By Colleen Sinsky

My Facebook photos might make it seem like I’ve mastered the art of independent travel, but there’s usually a lot of self-doubt behind my smile. I think that discovering empowerment for me has been living out the realization that I can go anywhere by myself despite that nagging self-doubt.

Whether a world map or just a map of Oregon on a long weekend, having made the discovery that I am capable of looking at a map, deciding what I want to see on it, and going there, has been life-altering for me.

Maybe this has always been so natural to you that you don’t think about it, or maybe you’ve never felt the desire to explore alone, but I’m in neither of those camps. I was the last kid to ride a bike without training wheels, and I was too afraid to venture studying abroad in college.

I’ve had to work through dozens of individual fears to be truly comfortable traveling alone as a woman. The fear of being robbed or raped. Fear of bears. Fear of being lost in a new city. Fear of the dark. Fear of sleeping alone in the wilderness. Fear of being alone and injured somewhere off the grid. Fear of the loudness of the insecurities in my head when I’m free from the usual distractions.

It’s not that I’m ignorant of, or unafraid of those things. But I’ve repeatedly made the conscious decision that the experience of solo travel is worth more than being limited by my fear. I think that facing my fears away from the usual safety net has allowed me to develop into a more independent person. I’ve developed the hard skills and knowledge to minimize my risks, and also have been forced to stare down those internal fears that would otherwise have limited me.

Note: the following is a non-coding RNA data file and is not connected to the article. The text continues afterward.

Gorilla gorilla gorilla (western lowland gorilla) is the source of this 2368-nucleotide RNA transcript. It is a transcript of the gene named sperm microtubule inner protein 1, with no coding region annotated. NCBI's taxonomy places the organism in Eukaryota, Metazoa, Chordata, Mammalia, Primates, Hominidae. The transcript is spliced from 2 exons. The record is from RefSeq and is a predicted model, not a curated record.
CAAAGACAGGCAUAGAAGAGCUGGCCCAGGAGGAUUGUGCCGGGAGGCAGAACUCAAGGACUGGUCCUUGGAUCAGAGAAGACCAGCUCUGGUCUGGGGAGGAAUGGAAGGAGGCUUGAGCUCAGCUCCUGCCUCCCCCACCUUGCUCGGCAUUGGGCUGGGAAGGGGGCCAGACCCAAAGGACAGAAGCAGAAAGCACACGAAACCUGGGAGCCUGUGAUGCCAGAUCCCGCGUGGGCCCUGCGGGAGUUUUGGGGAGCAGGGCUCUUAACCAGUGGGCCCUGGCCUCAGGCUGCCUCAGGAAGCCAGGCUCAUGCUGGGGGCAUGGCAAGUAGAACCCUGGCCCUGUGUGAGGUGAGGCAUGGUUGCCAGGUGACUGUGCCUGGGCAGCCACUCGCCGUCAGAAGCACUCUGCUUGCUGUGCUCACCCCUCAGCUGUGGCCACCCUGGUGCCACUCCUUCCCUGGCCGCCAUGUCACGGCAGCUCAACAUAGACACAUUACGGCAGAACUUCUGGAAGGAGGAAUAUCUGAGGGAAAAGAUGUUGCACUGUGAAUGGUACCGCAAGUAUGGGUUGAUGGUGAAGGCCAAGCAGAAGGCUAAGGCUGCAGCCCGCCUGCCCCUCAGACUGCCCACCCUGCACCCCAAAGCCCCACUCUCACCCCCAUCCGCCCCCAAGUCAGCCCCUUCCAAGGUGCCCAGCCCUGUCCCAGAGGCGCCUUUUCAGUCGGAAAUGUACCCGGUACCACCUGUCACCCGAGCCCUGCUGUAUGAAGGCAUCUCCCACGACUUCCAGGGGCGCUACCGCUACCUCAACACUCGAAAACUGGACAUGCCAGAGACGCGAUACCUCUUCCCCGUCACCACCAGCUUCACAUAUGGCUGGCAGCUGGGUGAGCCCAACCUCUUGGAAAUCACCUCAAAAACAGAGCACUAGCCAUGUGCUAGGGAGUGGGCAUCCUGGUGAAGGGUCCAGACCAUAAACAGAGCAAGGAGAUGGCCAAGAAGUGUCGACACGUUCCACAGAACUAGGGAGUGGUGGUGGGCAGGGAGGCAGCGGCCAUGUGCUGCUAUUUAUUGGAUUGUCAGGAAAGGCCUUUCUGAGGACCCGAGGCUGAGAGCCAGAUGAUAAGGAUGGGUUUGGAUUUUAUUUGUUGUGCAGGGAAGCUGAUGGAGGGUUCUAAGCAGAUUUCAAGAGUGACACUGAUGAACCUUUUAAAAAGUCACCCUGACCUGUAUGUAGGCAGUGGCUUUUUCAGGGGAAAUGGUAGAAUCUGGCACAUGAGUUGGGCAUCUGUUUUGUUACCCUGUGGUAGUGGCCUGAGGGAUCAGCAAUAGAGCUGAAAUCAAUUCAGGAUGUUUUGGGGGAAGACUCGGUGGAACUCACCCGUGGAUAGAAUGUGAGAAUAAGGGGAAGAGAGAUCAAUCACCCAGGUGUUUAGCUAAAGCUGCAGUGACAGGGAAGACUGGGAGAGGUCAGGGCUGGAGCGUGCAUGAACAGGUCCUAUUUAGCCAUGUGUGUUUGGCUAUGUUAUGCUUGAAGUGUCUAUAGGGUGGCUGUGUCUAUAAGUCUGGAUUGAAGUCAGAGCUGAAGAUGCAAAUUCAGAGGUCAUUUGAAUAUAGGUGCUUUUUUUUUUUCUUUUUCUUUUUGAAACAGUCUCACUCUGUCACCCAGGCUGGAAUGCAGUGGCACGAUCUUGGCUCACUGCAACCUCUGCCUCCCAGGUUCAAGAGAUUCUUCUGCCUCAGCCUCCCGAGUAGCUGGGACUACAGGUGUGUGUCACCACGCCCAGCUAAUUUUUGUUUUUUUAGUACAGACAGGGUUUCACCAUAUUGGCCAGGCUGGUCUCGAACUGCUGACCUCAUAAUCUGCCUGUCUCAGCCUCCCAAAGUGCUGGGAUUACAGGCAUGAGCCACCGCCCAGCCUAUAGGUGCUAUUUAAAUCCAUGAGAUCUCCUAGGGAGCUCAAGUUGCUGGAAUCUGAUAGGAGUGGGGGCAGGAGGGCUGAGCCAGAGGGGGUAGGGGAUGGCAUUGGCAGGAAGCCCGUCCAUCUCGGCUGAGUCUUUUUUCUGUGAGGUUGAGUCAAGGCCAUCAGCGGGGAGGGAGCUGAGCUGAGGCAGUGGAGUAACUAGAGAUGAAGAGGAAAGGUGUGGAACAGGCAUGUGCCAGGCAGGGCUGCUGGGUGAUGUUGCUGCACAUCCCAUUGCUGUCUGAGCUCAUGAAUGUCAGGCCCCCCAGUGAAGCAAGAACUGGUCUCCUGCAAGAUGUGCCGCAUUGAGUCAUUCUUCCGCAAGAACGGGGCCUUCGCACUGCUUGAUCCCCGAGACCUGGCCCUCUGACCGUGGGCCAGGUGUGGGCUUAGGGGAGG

Don’t get me wrong- I’m not naturally a loner or introvert. I love the great people in my life and it’s always hard to tear myself away from them, and to miss out on shared experiences. But as I’ve realized that my soul craves quiet, alone time away from cell service, or the challenge of navigating a new country alone, it has gotten easier to prioritize seeking out those moments. I like to think that my friends and family get why I have to do this.

I don’t share this for self-aggrandizement- I know that my life has required relatively little bravery to get through. I’ve been inspired by thousands of women I’ve met who take on the world gracefully, without letting what society tells them to fear rule them. I’ve been moved to tears talking to Syrian refugee women brave enough to flee their home countries for the unknown, and listening to Central American migrant women at the border describe the horrible journey that they are on. I’m nothing compared to their bravery.

I get to be friends with badass mountain guides, social workers, artists, moms, nurses, archaeologists, and consultants who redefine each day what it means to be a woman in 2016, and gracefully prove that women are no match for the expectations that have been set for us.

I want my little sisters to grow up in a world where they’re inspired to do more by brave women, rather than be subconsciously oppressed by a fear-based society. I want them to be encouraged to venture out alone.

I’m being vulnerable and sharing this for my female friends, acquaintances, and family members who don’t hear the countercultural message often enough that YOU CAN GO ALONE!